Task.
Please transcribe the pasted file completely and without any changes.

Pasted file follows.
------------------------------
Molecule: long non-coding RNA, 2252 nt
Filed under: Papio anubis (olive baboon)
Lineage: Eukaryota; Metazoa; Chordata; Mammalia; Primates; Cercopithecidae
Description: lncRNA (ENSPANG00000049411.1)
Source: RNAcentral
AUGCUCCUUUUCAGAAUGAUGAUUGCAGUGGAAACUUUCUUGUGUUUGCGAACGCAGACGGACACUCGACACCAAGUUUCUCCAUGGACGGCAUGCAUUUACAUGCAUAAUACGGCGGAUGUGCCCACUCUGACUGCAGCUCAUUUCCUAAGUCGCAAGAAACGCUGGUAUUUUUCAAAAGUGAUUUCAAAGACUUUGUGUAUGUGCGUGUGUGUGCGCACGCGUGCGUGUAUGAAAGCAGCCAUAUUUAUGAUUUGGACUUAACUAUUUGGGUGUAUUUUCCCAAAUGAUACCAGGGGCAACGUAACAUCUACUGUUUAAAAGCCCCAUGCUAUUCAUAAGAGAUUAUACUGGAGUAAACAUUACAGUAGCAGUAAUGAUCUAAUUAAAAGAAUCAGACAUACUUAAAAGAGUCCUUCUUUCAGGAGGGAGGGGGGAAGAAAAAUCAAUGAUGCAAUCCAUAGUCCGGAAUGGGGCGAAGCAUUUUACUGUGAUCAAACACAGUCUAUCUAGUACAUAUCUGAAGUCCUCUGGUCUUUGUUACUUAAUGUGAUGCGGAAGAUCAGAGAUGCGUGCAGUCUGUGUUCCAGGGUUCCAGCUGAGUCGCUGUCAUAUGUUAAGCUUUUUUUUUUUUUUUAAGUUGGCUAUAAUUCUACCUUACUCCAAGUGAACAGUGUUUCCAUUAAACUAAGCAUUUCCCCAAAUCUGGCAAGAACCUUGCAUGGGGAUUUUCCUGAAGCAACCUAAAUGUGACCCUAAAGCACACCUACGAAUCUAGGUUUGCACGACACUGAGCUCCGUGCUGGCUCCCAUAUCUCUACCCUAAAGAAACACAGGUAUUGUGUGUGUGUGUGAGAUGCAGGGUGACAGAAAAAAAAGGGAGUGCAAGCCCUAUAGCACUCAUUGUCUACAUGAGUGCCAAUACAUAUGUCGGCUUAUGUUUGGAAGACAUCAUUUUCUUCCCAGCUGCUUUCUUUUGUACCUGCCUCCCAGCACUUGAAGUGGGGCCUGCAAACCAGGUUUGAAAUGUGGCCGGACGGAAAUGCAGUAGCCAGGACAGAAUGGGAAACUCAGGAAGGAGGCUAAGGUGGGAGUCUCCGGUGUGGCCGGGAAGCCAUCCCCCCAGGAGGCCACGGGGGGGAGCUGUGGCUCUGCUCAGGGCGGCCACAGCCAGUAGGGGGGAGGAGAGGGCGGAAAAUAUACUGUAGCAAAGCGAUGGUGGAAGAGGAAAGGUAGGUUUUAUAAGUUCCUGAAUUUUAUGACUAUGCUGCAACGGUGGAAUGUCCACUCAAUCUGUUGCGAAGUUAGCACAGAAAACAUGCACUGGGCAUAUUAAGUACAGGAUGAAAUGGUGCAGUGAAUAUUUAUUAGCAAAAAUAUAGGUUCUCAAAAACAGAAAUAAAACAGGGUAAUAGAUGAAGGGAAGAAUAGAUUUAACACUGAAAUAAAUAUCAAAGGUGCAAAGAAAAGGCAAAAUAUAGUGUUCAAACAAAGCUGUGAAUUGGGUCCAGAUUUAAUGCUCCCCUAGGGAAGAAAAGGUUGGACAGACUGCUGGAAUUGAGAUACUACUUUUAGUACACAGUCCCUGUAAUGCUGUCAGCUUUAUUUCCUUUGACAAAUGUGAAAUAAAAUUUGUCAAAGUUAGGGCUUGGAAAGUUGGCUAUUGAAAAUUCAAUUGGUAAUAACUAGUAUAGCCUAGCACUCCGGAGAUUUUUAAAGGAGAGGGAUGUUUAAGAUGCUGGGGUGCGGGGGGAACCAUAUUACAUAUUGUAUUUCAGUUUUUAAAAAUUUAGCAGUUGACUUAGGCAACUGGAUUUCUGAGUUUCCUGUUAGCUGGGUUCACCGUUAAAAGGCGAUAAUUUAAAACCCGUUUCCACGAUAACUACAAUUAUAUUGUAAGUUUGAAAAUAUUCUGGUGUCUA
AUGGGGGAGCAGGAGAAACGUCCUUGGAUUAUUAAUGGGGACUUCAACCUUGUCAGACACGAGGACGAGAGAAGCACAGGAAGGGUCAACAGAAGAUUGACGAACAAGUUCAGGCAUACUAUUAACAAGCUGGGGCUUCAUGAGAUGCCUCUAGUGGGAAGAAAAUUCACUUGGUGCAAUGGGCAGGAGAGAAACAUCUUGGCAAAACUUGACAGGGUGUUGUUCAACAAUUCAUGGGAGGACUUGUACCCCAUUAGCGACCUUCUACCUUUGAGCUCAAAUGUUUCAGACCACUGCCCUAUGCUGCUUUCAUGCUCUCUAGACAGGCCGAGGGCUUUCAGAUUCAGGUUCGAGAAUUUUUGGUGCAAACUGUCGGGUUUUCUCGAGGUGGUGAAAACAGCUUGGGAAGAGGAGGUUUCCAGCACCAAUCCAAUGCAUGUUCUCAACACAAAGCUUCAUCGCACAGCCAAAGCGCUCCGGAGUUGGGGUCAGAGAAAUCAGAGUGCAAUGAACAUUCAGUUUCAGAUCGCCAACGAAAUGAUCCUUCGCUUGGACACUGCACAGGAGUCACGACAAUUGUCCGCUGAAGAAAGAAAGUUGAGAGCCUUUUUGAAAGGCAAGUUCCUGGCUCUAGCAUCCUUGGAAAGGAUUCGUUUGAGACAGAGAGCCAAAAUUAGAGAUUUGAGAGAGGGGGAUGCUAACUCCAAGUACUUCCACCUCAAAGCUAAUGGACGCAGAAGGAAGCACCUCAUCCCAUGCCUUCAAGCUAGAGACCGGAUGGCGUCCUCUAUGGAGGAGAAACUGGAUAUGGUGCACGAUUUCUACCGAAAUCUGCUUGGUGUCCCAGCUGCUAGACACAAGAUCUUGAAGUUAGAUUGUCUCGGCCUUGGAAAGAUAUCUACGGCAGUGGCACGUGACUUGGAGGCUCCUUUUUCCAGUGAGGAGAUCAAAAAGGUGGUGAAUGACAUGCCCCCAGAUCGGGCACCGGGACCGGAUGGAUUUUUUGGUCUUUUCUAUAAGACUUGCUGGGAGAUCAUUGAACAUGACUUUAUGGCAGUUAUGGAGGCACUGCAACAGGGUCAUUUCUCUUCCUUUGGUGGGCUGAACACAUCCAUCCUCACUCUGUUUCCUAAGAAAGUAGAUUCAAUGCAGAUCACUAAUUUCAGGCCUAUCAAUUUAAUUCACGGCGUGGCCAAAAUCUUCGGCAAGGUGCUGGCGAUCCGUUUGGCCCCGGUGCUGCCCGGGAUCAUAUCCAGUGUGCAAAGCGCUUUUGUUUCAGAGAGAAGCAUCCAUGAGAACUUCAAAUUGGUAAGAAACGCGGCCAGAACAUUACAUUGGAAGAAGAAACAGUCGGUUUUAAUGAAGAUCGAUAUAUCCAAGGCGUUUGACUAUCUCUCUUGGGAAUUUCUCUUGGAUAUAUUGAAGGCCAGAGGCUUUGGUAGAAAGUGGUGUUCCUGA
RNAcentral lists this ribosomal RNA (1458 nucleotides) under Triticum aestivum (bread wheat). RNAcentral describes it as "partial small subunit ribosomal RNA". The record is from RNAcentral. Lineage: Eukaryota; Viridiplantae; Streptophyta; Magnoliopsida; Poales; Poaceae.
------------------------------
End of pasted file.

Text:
Molecule: long non-coding RNA, 2252 nt
Filed under: Papio anubis (olive baboon)
Lineage: Eukaryota; Metazoa; Chordata; Mammalia; Primates; Cercopithecidae
Description: lncRNA (ENSPANG00000049411.1)
Source: RNAcentral
AUGCUCCUUUUCAGAAUGAUGAUUGCAGUGGAAACUUUCUUGUGUUUGCGAACGCAGACGGACACUCGACACCAAGUUUCUCCAUGGACGGCAUGCAUUUACAUGCAUAAUACGGCGGAUGUGCCCACUCUGACUGCAGCUCAUUUCCUAAGUCGCAAGAAACGCUGGUAUUUUUCAAAAGUGAUUUCAAAGACUUUGUGUAUGUGCGUGUGUGUGCGCACGCGUGCGUGUAUGAAAGCAGCCAUAUUUAUGAUUUGGACUUAACUAUUUGGGUGUAUUUUCCCAAAUGAUACCAGGGGCAACGUAACAUCUACUGUUUAAAAGCCCCAUGCUAUUCAUAAGAGAUUAUACUGGAGUAAACAUUACAGUAGCAGUAAUGAUCUAAUUAAAAGAAUCAGACAUACUUAAAAGAGUCCUUCUUUCAGGAGGGAGGGGGGAAGAAAAAUCAAUGAUGCAAUCCAUAGUCCGGAAUGGGGCGAAGCAUUUUACUGUGAUCAAACACAGUCUAUCUAGUACAUAUCUGAAGUCCUCUGGUCUUUGUUACUUAAUGUGAUGCGGAAGAUCAGAGAUGCGUGCAGUCUGUGUUCCAGGGUUCCAGCUGAGUCGCUGUCAUAUGUUAAGCUUUUUUUUUUUUUUUAAGUUGGCUAUAAUUCUACCUUACUCCAAGUGAACAGUGUUUCCAUUAAACUAAGCAUUUCCCCAAAUCUGGCAAGAACCUUGCAUGGGGAUUUUCCUGAAGCAACCUAAAUGUGACCCUAAAGCACACCUACGAAUCUAGGUUUGCACGACACUGAGCUCCGUGCUGGCUCCCAUAUCUCUACCCUAAAGAAACACAGGUAUUGUGUGUGUGUGUGAGAUGCAGGGUGACAGAAAAAAAAGGGAGUGCAAGCCCUAUAGCACUCAUUGUCUACAUGAGUGCCAAUACAUAUGUCGGCUUAUGUUUGGAAGACAUCAUUUUCUUCCCAGCUGCUUUCUUUUGUACCUGCCUCCCAGCACUUGAAGUGGGGCCUGCAAACCAGGUUUGAAAUGUGGCCGGACGGAAAUGCAGUAGCCAGGACAGAAUGGGAAACUCAGGAAGGAGGCUAAGGUGGGAGUCUCCGGUGUGGCCGGGAAGCCAUCCCCCCAGGAGGCCACGGGGGGGAGCUGUGGCUCUGCUCAGGGCGGCCACAGCCAGUAGGGGGGAGGAGAGGGCGGAAAAUAUACUGUAGCAAAGCGAUGGUGGAAGAGGAAAGGUAGGUUUUAUAAGUUCCUGAAUUUUAUGACUAUGCUGCAACGGUGGAAUGUCCACUCAAUCUGUUGCGAAGUUAGCACAGAAAACAUGCACUGGGCAUAUUAAGUACAGGAUGAAAUGGUGCAGUGAAUAUUUAUUAGCAAAAAUAUAGGUUCUCAAAAACAGAAAUAAAACAGGGUAAUAGAUGAAGGGAAGAAUAGAUUUAACACUGAAAUAAAUAUCAAAGGUGCAAAGAAAAGGCAAAAUAUAGUGUUCAAACAAAGCUGUGAAUUGGGUCCAGAUUUAAUGCUCCCCUAGGGAAGAAAAGGUUGGACAGACUGCUGGAAUUGAGAUACUACUUUUAGUACACAGUCCCUGUAAUGCUGUCAGCUUUAUUUCCUUUGACAAAUGUGAAAUAAAAUUUGUCAAAGUUAGGGCUUGGAAAGUUGGCUAUUGAAAAUUCAAUUGGUAAUAACUAGUAUAGCCUAGCACUCCGGAGAUUUUUAAAGGAGAGGGAUGUUUAAGAUGCUGGGGUGCGGGGGGAACCAUAUUACAUAUUGUAUUUCAGUUUUUAAAAAUUUAGCAGUUGACUUAGGCAACUGGAUUUCUGAGUUUCCUGUUAGCUGGGUUCACCGUUAAAAGGCGAUAAUUUAAAACCCGUUUCCACGAUAACUACAAUUAUAUUGUAAGUUUGAAAAUAUUCUGGUGUCUA
AUGGGGGAGCAGGAGAAACGUCCUUGGAUUAUUAAUGGGGACUUCAACCUUGUCAGACACGAGGACGAGAGAAGCACAGGAAGGGUCAACAGAAGAUUGACGAACAAGUUCAGGCAUACUAUUAACAAGCUGGGGCUUCAUGAGAUGCCUCUAGUGGGAAGAAAAUUCACUUGGUGCAAUGGGCAGGAGAGAAACAUCUUGGCAAAACUUGACAGGGUGUUGUUCAACAAUUCAUGGGAGGACUUGUACCCCAUUAGCGACCUUCUACCUUUGAGCUCAAAUGUUUCAGACCACUGCCCUAUGCUGCUUUCAUGCUCUCUAGACAGGCCGAGGGCUUUCAGAUUCAGGUUCGAGAAUUUUUGGUGCAAACUGUCGGGUUUUCUCGAGGUGGUGAAAACAGCUUGGGAAGAGGAGGUUUCCAGCACCAAUCCAAUGCAUGUUCUCAACACAAAGCUUCAUCGCACAGCCAAAGCGCUCCGGAGUUGGGGUCAGAGAAAUCAGAGUGCAAUGAACAUUCAGUUUCAGAUCGCCAACGAAAUGAUCCUUCGCUUGGACACUGCACAGGAGUCACGACAAUUGUCCGCUGAAGAAAGAAAGUUGAGAGCCUUUUUGAAAGGCAAGUUCCUGGCUCUAGCAUCCUUGGAAAGGAUUCGUUUGAGACAGAGAGCCAAAAUUAGAGAUUUGAGAGAGGGGGAUGCUAACUCCAAGUACUUCCACCUCAAAGCUAAUGGACGCAGAAGGAAGCACCUCAUCCCAUGCCUUCAAGCUAGAGACCGGAUGGCGUCCUCUAUGGAGGAGAAACUGGAUAUGGUGCACGAUUUCUACCGAAAUCUGCUUGGUGUCCCAGCUGCUAGACACAAGAUCUUGAAGUUAGAUUGUCUCGGCCUUGGAAAGAUAUCUACGGCAGUGGCACGUGACUUGGAGGCUCCUUUUUCCAGUGAGGAGAUCAAAAAGGUGGUGAAUGACAUGCCCCCAGAUCGGGCACCGGGACCGGAUGGAUUUUUUGGUCUUUUCUAUAAGACUUGCUGGGAGAUCAUUGAACAUGACUUUAUGGCAGUUAUGGAGGCACUGCAACAGGGUCAUUUCUCUUCCUUUGGUGGGCUGAACACAUCCAUCCUCACUCUGUUUCCUAAGAAAGUAGAUUCAAUGCAGAUCACUAAUUUCAGGCCUAUCAAUUUAAUUCACGGCGUGGCCAAAAUCUUCGGCAAGGUGCUGGCGAUCCGUUUGGCCCCGGUGCUGCCCGGGAUCAUAUCCAGUGUGCAAAGCGCUUUUGUUUCAGAGAGAAGCAUCCAUGAGAACUUCAAAUUGGUAAGAAACGCGGCCAGAACAUUACAUUGGAAGAAGAAACAGUCGGUUUUAAUGAAGAUCGAUAUAUCCAAGGCGUUUGACUAUCUCUCUUGGGAAUUUCUCUUGGAUAUAUUGAAGGCCAGAGGCUUUGGUAGAAAGUGGUGUUCCUGA
RNAcentral lists this ribosomal RNA (1458 nucleotides) under Triticum aestivum (bread wheat). RNAcentral describes it as "partial small subunit ribosomal RNA". The record is from RNAcentral. Lineage: Eukaryota; Viridiplantae; Streptophyta; Magnoliopsida; Poales; Poaceae.